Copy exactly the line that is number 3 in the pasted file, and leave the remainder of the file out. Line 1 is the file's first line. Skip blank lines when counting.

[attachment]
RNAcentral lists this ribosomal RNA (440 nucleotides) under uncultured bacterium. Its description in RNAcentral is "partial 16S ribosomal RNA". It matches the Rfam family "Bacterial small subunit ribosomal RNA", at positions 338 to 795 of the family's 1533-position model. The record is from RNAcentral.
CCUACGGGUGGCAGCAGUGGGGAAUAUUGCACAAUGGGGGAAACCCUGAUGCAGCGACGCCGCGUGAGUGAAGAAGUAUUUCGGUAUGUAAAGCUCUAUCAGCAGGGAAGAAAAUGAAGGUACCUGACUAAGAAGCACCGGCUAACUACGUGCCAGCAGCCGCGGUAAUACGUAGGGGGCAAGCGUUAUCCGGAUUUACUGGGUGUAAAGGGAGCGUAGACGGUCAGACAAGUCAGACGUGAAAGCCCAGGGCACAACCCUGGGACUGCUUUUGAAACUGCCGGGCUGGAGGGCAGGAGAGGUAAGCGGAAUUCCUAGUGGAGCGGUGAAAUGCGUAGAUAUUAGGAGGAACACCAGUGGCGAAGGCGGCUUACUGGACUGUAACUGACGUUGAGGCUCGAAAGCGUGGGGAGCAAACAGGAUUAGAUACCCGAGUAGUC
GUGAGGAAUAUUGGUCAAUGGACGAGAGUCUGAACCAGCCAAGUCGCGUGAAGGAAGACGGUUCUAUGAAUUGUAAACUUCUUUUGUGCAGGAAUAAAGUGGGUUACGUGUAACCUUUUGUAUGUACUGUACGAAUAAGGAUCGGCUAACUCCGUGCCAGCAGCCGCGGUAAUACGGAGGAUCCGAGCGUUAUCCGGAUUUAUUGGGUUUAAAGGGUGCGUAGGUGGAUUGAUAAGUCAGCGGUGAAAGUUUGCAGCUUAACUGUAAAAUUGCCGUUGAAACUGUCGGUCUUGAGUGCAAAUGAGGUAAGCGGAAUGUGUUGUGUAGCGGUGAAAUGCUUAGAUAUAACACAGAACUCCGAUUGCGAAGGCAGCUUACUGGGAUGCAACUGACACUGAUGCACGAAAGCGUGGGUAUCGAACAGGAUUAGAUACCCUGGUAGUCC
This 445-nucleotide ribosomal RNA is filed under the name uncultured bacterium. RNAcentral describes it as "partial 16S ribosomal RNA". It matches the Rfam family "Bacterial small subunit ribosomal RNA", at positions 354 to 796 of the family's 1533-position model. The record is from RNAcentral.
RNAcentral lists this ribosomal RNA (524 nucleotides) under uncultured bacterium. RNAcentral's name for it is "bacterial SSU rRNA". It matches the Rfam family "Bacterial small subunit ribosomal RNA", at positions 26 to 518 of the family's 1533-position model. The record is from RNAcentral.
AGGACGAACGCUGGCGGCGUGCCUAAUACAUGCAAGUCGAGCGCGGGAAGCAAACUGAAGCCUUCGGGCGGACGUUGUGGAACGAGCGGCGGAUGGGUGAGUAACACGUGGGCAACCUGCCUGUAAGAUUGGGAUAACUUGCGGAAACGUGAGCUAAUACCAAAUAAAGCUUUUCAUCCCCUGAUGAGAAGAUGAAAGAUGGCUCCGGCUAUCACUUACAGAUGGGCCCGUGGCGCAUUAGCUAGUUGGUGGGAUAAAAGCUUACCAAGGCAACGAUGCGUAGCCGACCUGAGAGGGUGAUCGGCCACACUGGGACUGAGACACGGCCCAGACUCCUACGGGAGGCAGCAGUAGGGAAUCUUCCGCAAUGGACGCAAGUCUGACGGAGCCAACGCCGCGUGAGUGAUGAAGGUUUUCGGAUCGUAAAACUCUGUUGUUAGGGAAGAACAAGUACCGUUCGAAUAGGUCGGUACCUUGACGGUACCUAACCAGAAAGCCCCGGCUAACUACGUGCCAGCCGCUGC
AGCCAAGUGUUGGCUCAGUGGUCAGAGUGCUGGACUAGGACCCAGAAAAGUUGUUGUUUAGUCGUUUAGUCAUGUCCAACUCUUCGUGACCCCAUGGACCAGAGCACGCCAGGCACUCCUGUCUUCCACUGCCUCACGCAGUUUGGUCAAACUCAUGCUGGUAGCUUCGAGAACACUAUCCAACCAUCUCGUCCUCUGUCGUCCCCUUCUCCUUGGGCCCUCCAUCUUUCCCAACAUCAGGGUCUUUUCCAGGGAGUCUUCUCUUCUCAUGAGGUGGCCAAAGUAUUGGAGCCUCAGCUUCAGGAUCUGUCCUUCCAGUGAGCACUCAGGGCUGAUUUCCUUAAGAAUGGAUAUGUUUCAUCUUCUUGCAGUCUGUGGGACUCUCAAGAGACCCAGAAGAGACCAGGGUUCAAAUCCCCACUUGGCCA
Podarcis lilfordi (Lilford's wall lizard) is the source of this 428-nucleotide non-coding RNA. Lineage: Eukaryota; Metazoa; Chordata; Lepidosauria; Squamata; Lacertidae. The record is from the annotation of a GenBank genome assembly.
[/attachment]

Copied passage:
GUGAGGAAUAUUGGUCAAUGGACGAGAGUCUGAACCAGCCAAGUCGCGUGAAGGAAGACGGUUCUAUGAAUUGUAAACUUCUUUUGUGCAGGAAUAAAGUGGGUUACGUGUAACCUUUUGUAUGUACUGUACGAAUAAGGAUCGGCUAACUCCGUGCCAGCAGCCGCGGUAAUACGGAGGAUCCGAGCGUUAUCCGGAUUUAUUGGGUUUAAAGGGUGCGUAGGUGGAUUGAUAAGUCAGCGGUGAAAGUUUGCAGCUUAACUGUAAAAUUGCCGUUGAAACUGUCGGUCUUGAGUGCAAAUGAGGUAAGCGGAAUGUGUUGUGUAGCGGUGAAAUGCUUAGAUAUAACACAGAACUCCGAUUGCGAAGGCAGCUUACUGGGAUGCAACUGACACUGAUGCACGAAAGCGUGGGUAUCGAACAGGAUUAGAUACCCUGGUAGUCC